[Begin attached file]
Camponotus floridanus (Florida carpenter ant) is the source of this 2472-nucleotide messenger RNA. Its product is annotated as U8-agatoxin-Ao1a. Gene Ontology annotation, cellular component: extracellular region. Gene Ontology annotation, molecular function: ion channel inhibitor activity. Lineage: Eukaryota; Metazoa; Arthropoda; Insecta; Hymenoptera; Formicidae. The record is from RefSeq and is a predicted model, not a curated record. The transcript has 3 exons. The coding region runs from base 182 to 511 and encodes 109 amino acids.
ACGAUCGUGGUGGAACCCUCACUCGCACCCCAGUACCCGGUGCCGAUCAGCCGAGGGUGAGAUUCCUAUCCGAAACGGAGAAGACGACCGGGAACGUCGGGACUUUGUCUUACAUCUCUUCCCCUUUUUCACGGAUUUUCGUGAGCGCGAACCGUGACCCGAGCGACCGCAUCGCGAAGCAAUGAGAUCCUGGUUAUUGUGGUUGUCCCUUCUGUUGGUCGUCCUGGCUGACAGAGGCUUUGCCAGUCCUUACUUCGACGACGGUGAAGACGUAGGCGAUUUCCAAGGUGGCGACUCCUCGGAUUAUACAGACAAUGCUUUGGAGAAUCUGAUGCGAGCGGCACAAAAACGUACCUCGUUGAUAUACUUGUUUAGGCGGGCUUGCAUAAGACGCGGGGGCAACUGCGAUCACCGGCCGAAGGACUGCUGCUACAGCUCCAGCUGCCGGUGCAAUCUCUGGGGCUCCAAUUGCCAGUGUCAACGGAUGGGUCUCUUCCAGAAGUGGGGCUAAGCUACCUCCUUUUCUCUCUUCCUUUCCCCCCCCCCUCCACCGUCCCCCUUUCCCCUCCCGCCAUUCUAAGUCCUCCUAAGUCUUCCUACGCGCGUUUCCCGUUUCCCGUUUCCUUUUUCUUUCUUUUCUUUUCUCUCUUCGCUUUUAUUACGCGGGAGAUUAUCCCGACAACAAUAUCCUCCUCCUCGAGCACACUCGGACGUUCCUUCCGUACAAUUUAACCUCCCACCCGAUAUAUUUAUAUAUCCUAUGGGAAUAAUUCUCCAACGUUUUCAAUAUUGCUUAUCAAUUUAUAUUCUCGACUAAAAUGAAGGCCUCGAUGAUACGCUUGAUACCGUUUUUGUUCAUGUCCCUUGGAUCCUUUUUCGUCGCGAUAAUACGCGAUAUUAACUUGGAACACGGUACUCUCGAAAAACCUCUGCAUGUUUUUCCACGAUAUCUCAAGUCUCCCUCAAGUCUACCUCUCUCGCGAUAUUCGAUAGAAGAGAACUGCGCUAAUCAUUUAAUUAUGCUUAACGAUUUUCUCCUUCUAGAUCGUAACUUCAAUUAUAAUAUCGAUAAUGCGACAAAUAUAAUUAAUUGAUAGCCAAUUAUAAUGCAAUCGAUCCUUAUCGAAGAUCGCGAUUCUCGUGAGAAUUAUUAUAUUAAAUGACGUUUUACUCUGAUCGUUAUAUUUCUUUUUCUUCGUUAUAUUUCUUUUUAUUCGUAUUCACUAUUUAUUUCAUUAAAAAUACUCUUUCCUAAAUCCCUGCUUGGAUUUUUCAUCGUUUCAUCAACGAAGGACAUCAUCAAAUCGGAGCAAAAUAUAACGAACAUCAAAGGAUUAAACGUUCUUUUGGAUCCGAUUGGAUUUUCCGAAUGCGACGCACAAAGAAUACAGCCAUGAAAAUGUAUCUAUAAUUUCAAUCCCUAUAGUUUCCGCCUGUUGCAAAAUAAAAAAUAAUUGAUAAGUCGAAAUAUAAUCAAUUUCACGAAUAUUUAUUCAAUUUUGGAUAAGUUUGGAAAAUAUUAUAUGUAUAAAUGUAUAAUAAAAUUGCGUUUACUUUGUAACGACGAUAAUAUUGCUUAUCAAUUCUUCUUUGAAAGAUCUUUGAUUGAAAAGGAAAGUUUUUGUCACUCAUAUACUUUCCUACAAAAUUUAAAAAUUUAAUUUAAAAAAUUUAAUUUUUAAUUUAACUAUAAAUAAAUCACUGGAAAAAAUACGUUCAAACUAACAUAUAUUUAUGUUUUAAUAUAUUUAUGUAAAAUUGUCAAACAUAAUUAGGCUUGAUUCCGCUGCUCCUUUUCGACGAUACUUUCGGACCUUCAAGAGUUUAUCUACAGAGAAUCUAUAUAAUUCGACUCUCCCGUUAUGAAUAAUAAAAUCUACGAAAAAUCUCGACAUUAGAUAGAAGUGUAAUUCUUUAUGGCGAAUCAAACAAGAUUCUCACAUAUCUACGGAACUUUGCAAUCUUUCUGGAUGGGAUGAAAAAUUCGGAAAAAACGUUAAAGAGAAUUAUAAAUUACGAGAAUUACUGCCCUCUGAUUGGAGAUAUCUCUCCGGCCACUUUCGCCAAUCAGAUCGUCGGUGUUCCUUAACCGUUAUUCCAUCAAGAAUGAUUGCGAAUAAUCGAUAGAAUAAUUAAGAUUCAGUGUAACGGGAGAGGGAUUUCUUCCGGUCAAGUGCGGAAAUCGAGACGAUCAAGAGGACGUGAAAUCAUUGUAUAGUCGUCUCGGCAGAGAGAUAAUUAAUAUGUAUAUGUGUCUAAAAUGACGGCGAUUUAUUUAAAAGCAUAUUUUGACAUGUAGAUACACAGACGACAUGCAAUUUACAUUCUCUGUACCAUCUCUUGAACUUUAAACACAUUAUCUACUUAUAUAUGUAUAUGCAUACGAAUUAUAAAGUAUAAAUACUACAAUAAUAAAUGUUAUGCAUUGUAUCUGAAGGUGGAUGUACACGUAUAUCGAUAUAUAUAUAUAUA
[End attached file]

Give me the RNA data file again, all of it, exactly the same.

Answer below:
Camponotus floridanus (Florida carpenter ant) is the source of this 2472-nucleotide messenger RNA. Its product is annotated as U8-agatoxin-Ao1a. Gene Ontology annotation, cellular component: extracellular region. Gene Ontology annotation, molecular function: ion channel inhibitor activity. Lineage: Eukaryota; Metazoa; Arthropoda; Insecta; Hymenoptera; Formicidae. The record is from RefSeq and is a predicted model, not a curated record. The transcript has 3 exons. The coding region runs from base 182 to 511 and encodes 109 amino acids.
ACGAUCGUGGUGGAACCCUCACUCGCACCCCAGUACCCGGUGCCGAUCAGCCGAGGGUGAGAUUCCUAUCCGAAACGGAGAAGACGACCGGGAACGUCGGGACUUUGUCUUACAUCUCUUCCCCUUUUUCACGGAUUUUCGUGAGCGCGAACCGUGACCCGAGCGACCGCAUCGCGAAGCAAUGAGAUCCUGGUUAUUGUGGUUGUCCCUUCUGUUGGUCGUCCUGGCUGACAGAGGCUUUGCCAGUCCUUACUUCGACGACGGUGAAGACGUAGGCGAUUUCCAAGGUGGCGACUCCUCGGAUUAUACAGACAAUGCUUUGGAGAAUCUGAUGCGAGCGGCACAAAAACGUACCUCGUUGAUAUACUUGUUUAGGCGGGCUUGCAUAAGACGCGGGGGCAACUGCGAUCACCGGCCGAAGGACUGCUGCUACAGCUCCAGCUGCCGGUGCAAUCUCUGGGGCUCCAAUUGCCAGUGUCAACGGAUGGGUCUCUUCCAGAAGUGGGGCUAAGCUACCUCCUUUUCUCUCUUCCUUUCCCCCCCCCCUCCACCGUCCCCCUUUCCCCUCCCGCCAUUCUAAGUCCUCCUAAGUCUUCCUACGCGCGUUUCCCGUUUCCCGUUUCCUUUUUCUUUCUUUUCUUUUCUCUCUUCGCUUUUAUUACGCGGGAGAUUAUCCCGACAACAAUAUCCUCCUCCUCGAGCACACUCGGACGUUCCUUCCGUACAAUUUAACCUCCCACCCGAUAUAUUUAUAUAUCCUAUGGGAAUAAUUCUCCAACGUUUUCAAUAUUGCUUAUCAAUUUAUAUUCUCGACUAAAAUGAAGGCCUCGAUGAUACGCUUGAUACCGUUUUUGUUCAUGUCCCUUGGAUCCUUUUUCGUCGCGAUAAUACGCGAUAUUAACUUGGAACACGGUACUCUCGAAAAACCUCUGCAUGUUUUUCCACGAUAUCUCAAGUCUCCCUCAAGUCUACCUCUCUCGCGAUAUUCGAUAGAAGAGAACUGCGCUAAUCAUUUAAUUAUGCUUAACGAUUUUCUCCUUCUAGAUCGUAACUUCAAUUAUAAUAUCGAUAAUGCGACAAAUAUAAUUAAUUGAUAGCCAAUUAUAAUGCAAUCGAUCCUUAUCGAAGAUCGCGAUUCUCGUGAGAAUUAUUAUAUUAAAUGACGUUUUACUCUGAUCGUUAUAUUUCUUUUUCUUCGUUAUAUUUCUUUUUAUUCGUAUUCACUAUUUAUUUCAUUAAAAAUACUCUUUCCUAAAUCCCUGCUUGGAUUUUUCAUCGUUUCAUCAACGAAGGACAUCAUCAAAUCGGAGCAAAAUAUAACGAACAUCAAAGGAUUAAACGUUCUUUUGGAUCCGAUUGGAUUUUCCGAAUGCGACGCACAAAGAAUACAGCCAUGAAAAUGUAUCUAUAAUUUCAAUCCCUAUAGUUUCCGCCUGUUGCAAAAUAAAAAAUAAUUGAUAAGUCGAAAUAUAAUCAAUUUCACGAAUAUUUAUUCAAUUUUGGAUAAGUUUGGAAAAUAUUAUAUGUAUAAAUGUAUAAUAAAAUUGCGUUUACUUUGUAACGACGAUAAUAUUGCUUAUCAAUUCUUCUUUGAAAGAUCUUUGAUUGAAAAGGAAAGUUUUUGUCACUCAUAUACUUUCCUACAAAAUUUAAAAAUUUAAUUUAAAAAAUUUAAUUUUUAAUUUAACUAUAAAUAAAUCACUGGAAAAAAUACGUUCAAACUAACAUAUAUUUAUGUUUUAAUAUAUUUAUGUAAAAUUGUCAAACAUAAUUAGGCUUGAUUCCGCUGCUCCUUUUCGACGAUACUUUCGGACCUUCAAGAGUUUAUCUACAGAGAAUCUAUAUAAUUCGACUCUCCCGUUAUGAAUAAUAAAAUCUACGAAAAAUCUCGACAUUAGAUAGAAGUGUAAUUCUUUAUGGCGAAUCAAACAAGAUUCUCACAUAUCUACGGAACUUUGCAAUCUUUCUGGAUGGGAUGAAAAAUUCGGAAAAAACGUUAAAGAGAAUUAUAAAUUACGAGAAUUACUGCCCUCUGAUUGGAGAUAUCUCUCCGGCCACUUUCGCCAAUCAGAUCGUCGGUGUUCCUUAACCGUUAUUCCAUCAAGAAUGAUUGCGAAUAAUCGAUAGAAUAAUUAAGAUUCAGUGUAACGGGAGAGGGAUUUCUUCCGGUCAAGUGCGGAAAUCGAGACGAUCAAGAGGACGUGAAAUCAUUGUAUAGUCGUCUCGGCAGAGAGAUAAUUAAUAUGUAUAUGUGUCUAAAAUGACGGCGAUUUAUUUAAAAGCAUAUUUUGACAUGUAGAUACACAGACGACAUGCAAUUUACAUUCUCUGUACCAUCUCUUGAACUUUAAACACAUUAUCUACUUAUAUAUGUAUAUGCAUACGAAUUAUAAAGUAUAAAUACUACAAUAAUAAAUGUUAUGCAUUGUAUCUGAAGGUGGAUGUACACGUAUAUCGAUAUAUAUAUAUAUA